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Thoughts on the Duke Lacrosse case

By Scott Tibbs, September 25, 2006

Wendy McElroy had another excellent column on the Duke Lacrosse "rape" case last week. At this point, the case has become a farce. It is clear that no "rape" took place, yet prosecutor Mike Nifong continues to press forward because he thinks this will benefit him politically. Unfortunately, this farce will wind up destroying the lives of a few young men who committed no crime.

This case, like the case of the Indiana University student who fabricated two rape charges earlier this month, shows that sometimes women do lie about rape.

I firmly believe that Nifong needs to be behind bars. He abused his power for personal gain and deserves nothing but contempt.

Wendy McElroy has done this nation a great service by keeping this issue in front of the public. This issue, however, goes beyond the obvious benefit of reminding people about an injustice perpetrated by a thoroughly corrupt prosecutor. Our criminal justice system is founded on the principles that the accused have rights and are innocent until proven guilty. Those principles were tested by Tawana Brawley's fabricated allegations of "rape" and are being tested again now. Are we going to have limits on government, or are we going to allow corrupt government officials to persecute innocent people for vindictiveness or personal gain, or both?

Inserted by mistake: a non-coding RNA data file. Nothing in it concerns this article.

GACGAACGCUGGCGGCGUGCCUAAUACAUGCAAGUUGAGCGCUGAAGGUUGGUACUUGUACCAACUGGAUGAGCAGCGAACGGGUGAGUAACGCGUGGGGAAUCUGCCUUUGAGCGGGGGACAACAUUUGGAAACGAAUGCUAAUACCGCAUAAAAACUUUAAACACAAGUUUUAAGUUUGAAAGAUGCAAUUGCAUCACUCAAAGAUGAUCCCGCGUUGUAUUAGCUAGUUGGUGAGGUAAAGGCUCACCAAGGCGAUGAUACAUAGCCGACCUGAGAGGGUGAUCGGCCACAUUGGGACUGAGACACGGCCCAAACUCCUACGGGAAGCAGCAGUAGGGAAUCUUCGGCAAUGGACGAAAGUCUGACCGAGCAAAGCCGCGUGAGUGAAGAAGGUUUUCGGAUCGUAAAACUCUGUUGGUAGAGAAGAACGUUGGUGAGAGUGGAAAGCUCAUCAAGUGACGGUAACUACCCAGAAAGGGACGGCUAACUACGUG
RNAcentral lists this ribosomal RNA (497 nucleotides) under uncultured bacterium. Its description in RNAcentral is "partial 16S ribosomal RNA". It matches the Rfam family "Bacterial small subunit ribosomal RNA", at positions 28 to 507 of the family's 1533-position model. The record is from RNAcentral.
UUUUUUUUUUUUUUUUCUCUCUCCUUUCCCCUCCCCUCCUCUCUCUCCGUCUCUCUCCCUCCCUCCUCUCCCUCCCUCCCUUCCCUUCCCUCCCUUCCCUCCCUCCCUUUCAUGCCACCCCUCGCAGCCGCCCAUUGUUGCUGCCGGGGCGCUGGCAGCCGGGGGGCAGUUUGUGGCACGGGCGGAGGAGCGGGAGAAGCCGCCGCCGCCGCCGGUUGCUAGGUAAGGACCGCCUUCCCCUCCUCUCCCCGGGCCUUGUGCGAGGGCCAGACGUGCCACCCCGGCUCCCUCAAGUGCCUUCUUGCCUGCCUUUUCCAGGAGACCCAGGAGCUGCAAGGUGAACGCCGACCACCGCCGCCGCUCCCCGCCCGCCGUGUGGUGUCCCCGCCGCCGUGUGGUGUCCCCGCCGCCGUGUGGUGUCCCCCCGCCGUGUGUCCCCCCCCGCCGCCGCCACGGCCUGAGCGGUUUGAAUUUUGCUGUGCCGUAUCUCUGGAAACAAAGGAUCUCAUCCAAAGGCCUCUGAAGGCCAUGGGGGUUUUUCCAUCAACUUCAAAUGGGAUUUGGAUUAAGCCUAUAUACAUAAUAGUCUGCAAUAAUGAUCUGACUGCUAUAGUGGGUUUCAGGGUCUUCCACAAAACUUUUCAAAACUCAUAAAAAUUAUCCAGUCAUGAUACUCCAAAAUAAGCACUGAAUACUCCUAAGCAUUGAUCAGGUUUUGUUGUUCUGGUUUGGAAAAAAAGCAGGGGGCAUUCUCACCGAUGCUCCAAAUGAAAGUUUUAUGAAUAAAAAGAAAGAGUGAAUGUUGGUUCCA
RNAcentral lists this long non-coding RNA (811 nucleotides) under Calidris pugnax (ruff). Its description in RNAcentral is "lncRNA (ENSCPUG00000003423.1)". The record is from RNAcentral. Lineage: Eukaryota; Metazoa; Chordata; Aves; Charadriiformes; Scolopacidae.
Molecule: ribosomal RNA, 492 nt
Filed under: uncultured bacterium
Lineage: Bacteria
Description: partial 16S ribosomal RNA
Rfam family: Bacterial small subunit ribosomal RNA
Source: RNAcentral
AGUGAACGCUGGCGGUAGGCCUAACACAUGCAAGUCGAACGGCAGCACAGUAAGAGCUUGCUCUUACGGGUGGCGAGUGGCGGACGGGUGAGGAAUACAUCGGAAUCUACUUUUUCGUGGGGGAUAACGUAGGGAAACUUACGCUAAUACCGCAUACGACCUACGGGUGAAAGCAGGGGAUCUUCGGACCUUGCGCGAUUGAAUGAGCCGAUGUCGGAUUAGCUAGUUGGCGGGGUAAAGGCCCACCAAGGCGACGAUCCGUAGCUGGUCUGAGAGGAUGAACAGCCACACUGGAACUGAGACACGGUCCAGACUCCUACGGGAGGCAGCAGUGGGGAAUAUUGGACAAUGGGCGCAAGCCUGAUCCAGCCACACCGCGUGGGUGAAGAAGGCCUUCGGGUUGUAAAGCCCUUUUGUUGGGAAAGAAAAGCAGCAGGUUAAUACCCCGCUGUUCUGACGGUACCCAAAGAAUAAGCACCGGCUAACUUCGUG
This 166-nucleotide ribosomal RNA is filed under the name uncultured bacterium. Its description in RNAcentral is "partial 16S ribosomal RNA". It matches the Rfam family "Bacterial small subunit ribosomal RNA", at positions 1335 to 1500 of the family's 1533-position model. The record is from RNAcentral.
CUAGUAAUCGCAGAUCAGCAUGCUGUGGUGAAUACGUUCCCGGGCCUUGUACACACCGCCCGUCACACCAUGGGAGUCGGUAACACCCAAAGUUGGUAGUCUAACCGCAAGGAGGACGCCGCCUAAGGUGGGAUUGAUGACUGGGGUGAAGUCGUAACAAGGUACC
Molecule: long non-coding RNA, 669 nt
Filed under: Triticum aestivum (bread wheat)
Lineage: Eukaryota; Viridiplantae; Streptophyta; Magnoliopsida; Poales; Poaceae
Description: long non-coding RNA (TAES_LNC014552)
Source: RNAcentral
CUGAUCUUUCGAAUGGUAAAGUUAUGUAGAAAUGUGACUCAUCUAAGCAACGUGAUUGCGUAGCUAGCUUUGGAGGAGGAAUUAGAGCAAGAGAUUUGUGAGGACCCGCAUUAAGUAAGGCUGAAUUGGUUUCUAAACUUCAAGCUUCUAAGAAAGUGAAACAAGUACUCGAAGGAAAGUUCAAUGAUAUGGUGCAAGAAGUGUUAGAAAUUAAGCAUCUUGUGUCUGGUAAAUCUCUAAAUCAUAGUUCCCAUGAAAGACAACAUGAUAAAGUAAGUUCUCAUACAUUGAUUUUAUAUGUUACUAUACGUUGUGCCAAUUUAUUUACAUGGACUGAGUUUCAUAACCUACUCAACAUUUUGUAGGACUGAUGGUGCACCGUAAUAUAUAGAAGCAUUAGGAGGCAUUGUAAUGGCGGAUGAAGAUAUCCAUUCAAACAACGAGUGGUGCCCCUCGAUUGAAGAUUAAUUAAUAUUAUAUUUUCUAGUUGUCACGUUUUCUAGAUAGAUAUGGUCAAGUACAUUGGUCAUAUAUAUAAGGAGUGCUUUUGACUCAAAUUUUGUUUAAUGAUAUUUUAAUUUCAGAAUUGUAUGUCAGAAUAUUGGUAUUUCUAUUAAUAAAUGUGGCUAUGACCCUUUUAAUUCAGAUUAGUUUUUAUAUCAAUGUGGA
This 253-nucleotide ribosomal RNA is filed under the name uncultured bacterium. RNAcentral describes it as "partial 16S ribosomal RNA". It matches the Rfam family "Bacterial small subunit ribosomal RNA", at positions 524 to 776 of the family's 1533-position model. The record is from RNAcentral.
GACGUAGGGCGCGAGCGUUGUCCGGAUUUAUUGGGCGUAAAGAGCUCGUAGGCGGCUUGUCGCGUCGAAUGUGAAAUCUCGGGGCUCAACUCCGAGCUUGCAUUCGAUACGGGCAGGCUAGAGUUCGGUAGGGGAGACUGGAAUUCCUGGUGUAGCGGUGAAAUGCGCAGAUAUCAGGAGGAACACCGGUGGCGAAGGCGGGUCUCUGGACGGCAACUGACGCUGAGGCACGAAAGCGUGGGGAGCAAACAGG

This is an important question today, because of the "war on crime" we have been fighting for the last few decades. We need to be careful that, in our zeal to keep criminals off the street, that we safeguard civil liberties and do not allow the government to engage in flagrant abuse of power. The War on Terror adds an extra layer of challenges as we seek to protect our national security while guarding civil liberties.

While no crime was committed and no "rape" took place, no one in this case is "innocent". By all accounts, the men of the lacrosse team were a bunch of pigs that night. As Ann Coulter pointed out months ago, this whole situation could have been avoided had the men never brought a stripper to their party to begin with.